The meanings hidden in the Childish Gambino video

Like many people, I had seen the music video This is America by Donald Glover (aka Childish Gambino) that had gone viral because of the startling juxtapositioning of images and its searing take on the state of the country.

Since I am so out of touch with popular culture, I was aware that I was not getting the full message of the video. So I was grateful to reader Tadas for sending along this commentary that discusses some of the allusions and messages hidden in the video.


  1. jrkrideau says


    I am almost completely out of touch with popular culture[1] and I am not from the USA. I only missed about 99.999% of the symbolism.

    I never even noticed the cars were old. I still did not notice this when the commentator mentioned it. And I got the horse wrong.

    1. It was a proud moment when a friend noted that I was the most out of touch person he knew. Come to think of it, I did ask someone today if the Stanley Cup was over.

  2. Callinectes says

    Given the way most of the cars had a door open or their hazard lights on, I thought they might be the vehicles of people the cops have pulled over and killed. If so I would expect their make and colour to match those vehicles, but I don’t have the data to check.

    A lot of people have proposed that the depiction of Glover as the shooters in each case was a reference to so-called “black-on-black” crime, even when the shootings depicted suggest specific shootings that weren’t. While I think there is criticism of issues within various black American cultures in the video, my take on that was Glover’s own guilt as an entertainer. Much of the video is a harsh criticism of the use of media to distract the people from these issues, and as an actor and musician and artist Donald Glover is himself is a part of that process, a fact which is not lost on him.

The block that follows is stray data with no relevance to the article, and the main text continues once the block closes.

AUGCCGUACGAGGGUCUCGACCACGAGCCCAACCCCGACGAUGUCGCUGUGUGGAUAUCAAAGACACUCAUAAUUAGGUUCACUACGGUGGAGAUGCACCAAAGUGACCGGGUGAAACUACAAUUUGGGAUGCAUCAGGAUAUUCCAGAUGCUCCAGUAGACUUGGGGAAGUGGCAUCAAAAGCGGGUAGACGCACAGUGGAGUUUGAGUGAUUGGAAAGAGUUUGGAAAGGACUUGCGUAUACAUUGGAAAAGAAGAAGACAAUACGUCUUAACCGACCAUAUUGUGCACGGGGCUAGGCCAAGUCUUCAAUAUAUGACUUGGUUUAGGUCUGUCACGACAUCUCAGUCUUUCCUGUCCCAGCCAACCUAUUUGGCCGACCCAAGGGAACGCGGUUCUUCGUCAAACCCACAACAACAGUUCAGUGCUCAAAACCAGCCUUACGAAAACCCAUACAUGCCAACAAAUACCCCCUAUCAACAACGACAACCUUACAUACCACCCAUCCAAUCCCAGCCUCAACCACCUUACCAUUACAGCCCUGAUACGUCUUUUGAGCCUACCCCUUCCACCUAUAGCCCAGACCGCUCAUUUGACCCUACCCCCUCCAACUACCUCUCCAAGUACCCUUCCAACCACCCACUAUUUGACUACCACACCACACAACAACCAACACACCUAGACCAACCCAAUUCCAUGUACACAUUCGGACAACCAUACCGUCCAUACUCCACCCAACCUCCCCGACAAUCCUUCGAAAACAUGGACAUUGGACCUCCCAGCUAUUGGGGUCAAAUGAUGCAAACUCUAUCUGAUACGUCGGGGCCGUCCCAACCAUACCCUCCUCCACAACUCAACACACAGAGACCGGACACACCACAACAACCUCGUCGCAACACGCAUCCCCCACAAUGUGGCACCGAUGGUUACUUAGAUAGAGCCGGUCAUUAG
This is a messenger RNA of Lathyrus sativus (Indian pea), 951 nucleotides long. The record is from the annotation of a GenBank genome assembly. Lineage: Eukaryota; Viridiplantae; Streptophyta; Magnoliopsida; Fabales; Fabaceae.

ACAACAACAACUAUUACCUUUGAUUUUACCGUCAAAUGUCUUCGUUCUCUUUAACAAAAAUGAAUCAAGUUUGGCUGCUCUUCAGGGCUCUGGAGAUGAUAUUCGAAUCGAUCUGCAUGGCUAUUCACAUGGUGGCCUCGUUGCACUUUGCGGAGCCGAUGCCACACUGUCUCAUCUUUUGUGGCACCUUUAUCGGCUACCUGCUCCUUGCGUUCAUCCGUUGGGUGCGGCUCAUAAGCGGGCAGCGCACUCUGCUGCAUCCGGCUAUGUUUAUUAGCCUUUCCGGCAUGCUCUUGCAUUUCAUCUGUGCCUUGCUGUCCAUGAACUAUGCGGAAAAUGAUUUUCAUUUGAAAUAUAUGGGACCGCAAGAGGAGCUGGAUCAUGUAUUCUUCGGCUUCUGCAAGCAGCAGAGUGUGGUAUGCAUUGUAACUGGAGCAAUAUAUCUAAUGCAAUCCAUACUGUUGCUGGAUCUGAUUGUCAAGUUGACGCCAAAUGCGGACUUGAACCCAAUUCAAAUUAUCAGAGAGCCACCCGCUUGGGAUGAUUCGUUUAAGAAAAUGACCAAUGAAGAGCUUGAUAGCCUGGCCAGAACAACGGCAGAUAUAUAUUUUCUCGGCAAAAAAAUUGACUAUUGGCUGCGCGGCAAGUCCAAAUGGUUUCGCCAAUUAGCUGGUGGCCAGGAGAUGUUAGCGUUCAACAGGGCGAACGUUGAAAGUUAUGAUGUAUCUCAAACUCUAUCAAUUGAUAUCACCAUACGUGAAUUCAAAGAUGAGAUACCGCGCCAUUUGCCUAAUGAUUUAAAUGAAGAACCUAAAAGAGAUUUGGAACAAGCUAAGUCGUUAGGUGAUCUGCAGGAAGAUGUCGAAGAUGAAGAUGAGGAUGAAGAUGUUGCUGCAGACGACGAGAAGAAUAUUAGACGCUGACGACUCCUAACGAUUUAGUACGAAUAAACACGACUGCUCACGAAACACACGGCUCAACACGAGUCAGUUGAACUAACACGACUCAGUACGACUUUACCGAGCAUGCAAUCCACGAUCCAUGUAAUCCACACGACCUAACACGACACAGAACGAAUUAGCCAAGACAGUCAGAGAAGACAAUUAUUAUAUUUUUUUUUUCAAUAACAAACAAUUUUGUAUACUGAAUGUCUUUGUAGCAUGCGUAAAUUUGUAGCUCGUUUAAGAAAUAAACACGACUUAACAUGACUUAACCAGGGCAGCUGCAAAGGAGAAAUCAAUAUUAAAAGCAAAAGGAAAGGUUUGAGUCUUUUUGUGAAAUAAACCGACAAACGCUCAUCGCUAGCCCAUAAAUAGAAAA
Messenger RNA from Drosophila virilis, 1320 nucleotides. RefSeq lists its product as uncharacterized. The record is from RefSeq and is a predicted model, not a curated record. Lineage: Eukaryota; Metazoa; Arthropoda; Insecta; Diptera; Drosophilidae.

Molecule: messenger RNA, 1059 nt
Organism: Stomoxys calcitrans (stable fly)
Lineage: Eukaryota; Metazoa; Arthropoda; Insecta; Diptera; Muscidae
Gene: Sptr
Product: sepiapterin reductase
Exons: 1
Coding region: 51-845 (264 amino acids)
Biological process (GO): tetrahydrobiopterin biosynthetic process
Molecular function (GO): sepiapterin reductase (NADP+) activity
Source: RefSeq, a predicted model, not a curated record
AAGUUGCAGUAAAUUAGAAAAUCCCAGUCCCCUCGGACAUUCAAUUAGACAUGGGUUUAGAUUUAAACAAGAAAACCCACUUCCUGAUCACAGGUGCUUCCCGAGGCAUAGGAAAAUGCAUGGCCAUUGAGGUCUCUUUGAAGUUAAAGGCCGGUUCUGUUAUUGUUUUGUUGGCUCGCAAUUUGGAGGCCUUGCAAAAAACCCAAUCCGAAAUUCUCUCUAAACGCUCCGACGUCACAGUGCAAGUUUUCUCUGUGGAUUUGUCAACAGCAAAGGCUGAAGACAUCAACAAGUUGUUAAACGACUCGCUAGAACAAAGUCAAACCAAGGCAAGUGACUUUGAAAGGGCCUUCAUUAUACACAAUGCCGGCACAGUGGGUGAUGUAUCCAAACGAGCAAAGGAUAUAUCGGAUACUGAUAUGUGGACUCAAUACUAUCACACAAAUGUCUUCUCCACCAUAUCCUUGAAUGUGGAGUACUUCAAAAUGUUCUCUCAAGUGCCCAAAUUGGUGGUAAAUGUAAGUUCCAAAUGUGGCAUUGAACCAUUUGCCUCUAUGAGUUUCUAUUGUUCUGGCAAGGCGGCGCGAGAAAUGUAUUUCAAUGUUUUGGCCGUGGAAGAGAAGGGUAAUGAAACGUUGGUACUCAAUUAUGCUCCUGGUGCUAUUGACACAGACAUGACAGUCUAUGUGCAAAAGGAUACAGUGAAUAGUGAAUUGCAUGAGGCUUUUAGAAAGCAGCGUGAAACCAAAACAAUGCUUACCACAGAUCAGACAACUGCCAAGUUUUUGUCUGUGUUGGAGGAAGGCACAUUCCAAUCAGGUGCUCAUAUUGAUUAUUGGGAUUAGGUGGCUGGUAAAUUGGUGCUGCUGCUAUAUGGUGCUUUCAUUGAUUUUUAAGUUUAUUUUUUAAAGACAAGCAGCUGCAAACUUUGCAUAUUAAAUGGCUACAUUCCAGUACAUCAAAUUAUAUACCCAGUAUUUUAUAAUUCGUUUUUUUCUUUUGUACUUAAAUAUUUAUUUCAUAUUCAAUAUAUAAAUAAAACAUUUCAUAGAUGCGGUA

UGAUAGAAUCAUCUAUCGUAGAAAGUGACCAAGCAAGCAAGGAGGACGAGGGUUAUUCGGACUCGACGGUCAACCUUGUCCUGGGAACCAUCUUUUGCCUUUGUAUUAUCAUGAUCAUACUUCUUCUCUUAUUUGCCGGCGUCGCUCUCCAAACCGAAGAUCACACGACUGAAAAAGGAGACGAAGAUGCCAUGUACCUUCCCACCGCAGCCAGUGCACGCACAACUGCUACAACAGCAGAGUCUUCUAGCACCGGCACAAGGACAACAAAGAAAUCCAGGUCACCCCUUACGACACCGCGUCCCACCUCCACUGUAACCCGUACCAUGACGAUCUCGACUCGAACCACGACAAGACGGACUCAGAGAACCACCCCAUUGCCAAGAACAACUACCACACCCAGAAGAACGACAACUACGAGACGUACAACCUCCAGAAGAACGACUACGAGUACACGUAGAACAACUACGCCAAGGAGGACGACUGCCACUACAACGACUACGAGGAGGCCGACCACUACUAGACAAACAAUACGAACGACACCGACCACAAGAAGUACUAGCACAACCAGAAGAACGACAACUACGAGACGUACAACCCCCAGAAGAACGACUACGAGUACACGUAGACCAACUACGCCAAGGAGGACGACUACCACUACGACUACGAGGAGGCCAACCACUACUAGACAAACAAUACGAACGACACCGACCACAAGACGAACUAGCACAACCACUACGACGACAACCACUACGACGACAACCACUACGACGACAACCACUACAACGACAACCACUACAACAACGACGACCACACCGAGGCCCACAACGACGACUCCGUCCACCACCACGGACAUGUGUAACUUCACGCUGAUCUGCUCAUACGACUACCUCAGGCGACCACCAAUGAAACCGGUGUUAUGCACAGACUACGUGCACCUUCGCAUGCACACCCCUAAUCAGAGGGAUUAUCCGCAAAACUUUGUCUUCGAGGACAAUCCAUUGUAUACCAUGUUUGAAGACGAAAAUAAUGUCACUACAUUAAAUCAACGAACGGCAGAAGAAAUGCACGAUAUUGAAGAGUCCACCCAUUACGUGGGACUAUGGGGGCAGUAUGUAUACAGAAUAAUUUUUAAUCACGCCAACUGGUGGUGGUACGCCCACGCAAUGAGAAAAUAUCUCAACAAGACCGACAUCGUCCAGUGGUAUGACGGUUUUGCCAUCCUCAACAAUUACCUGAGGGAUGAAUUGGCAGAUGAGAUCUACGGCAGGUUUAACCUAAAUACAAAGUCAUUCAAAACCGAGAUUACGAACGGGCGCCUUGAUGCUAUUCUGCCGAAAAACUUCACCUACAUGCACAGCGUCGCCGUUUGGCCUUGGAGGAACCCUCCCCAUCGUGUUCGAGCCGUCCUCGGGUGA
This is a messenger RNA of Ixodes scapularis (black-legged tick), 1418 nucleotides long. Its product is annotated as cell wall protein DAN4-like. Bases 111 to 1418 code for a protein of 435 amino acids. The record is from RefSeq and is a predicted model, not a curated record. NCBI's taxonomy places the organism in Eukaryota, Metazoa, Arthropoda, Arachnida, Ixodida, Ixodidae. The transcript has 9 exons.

3. ridana says

    I think there is a third meaning behind “This is a celly. That’s a tool.” “Tool” is also slang for a gun, so given his emphasis on the words, he may be pointing out the difference. This is a cellphone. That’s a tool. I.e., don’t mistake a cellphone for a gun, fool.

  4. jrkrideau says

    @ 3 Pierce Butler
    The Stanley Cup, awarded every year to the champions in Canadian Football.

  5. Holms says

    I always mistrust deconstructions that do not come from the artist. Everything that might be a deliberate reference, but also might be an coincidence is assumed to be deliberate; intent is seen in everything. The two small chains represent obsession with wealth and physical bondage, because they just do; “girl” represents America, and “the frame” represents current injustices. Because they just do.

    I much prefer splitting such meanings into the concept of applicability as described by Tolkein, where elements of the work can be held up to and compared against real life things, and allegory is left to the artist to describe or leave unsaid as they wish.

    Perhaps more simply, and at the risk of being simplistic, it is very much like the difference between imply and infer, where what we take away from the work is not necessarily what its creator intentionally put in. Or perhaps I am being a curmudgeon.

  6. says

    I didn’t find the video particularly subtle or thought-provoking. America is stupid and nasty? Anyone who is shocked by that hasn’t been paying attention.

  7. jrkrideau says

    @ 6 Holms
    You cannot leave the artist to reconstruct their work; what do they know about such things!

    See the first few chapters of Tristan Shandy for a discussion of this. Sterne had an interesting view of literary critics.

  8. Pierce R. Butler says

    jrkrideau @ # 5 -- Ah, sorry, such pop-culture in-references go right over my low-slung head.

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